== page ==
Black History Month event at U focuses on spirituality

Liala Helal

Challenging attendees to use spiritual growth to strengthen their cultural ties, black students used plays and performances to look into their spiritual heritage Thursday at the St. Paul Student Center.

Alpha Omega: Impact Movement, a black Christian student group organized the fourth annual “Remembering our Spiritual Heritage.” The event portrayed ways how spirituality affects the black community.

“Because it’s Black History Month, we wanted to focus on it more spiritually,” said University student Faith Folayan, the main organizer of the event. “Being a black Christian organization, we want to share the gospel of Jesus Christ, because that is our purpose and our mission.”

Students implemented this theme to show the audience “what is true and how the truth can set you free.”

The event consisted of several student performances in a play in which a college student spoke to God, asking him how she could set herself free from the frequent frustrations of her student life.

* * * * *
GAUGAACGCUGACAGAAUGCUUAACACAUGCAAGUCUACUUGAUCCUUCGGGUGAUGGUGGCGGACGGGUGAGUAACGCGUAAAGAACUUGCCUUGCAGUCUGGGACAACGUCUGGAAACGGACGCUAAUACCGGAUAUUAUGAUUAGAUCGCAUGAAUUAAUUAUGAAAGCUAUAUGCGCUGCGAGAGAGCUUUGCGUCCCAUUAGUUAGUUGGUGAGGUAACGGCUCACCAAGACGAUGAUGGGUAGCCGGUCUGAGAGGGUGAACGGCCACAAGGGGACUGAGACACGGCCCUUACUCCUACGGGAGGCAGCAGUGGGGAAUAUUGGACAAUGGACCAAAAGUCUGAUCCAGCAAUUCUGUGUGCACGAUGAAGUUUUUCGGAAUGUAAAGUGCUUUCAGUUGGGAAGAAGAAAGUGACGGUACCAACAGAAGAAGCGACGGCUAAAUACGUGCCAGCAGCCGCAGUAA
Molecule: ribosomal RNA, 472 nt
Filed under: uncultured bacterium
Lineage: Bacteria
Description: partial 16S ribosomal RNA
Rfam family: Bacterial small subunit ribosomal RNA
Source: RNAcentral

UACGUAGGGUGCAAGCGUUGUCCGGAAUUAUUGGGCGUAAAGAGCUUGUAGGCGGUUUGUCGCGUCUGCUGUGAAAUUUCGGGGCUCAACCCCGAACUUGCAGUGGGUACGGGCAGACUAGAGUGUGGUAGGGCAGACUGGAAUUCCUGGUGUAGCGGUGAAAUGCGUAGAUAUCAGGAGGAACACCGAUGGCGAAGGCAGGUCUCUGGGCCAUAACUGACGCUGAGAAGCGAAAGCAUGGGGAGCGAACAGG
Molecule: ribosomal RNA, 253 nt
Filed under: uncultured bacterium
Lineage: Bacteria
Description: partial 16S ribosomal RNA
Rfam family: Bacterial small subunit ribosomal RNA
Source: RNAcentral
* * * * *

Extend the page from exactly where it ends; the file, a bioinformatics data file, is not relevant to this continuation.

The event used gospel songs, spoken word, singing and dancing in the black culture to glorify God, event organizer and student Foluke Akanni said.

Throughout the evening, many of the 200 audience members laughed, clapped, snapped their fingers and sometimes sang along with the performers.

“It’s not only a cultural celebration of spiritual journey but also a chance to reach out and celebrate the unique cultures of our history and our unity,” said Wilt Hodges, a University student and former student director of Alpha Omega: Impact Movement.

“Being Christian means different things to a lot of people,” he said. “As a Christian, I believe in the sovereignty and diversity of God. Being an African American, how I live my Christian walk of life will have a different feel and flavor than the walk of a white or an Asian student on campus.”

Hibaq Warsame and Amira Adawe, who are not Christian but attended the event, said they came to prepare themselves to work with diverse people as family and social science students.

“We want to learn about working with people who are different from us and who have different beliefs, and hopefully we’ll get a deeper understanding about their different lives,” Warsame said.

One of the spoken-word performances was done by a white student, who said race is just an illusion and that people have more in common than they think.

After the event, many said they felt more united to different cultures and empowered by the message of the event.

“I think I really appreciated seeing different ways that spiritual history affects people and meets them today wherever they need to be met,” said

Wanda Classen, a member of the Inter-Varsity Christian Fellowship.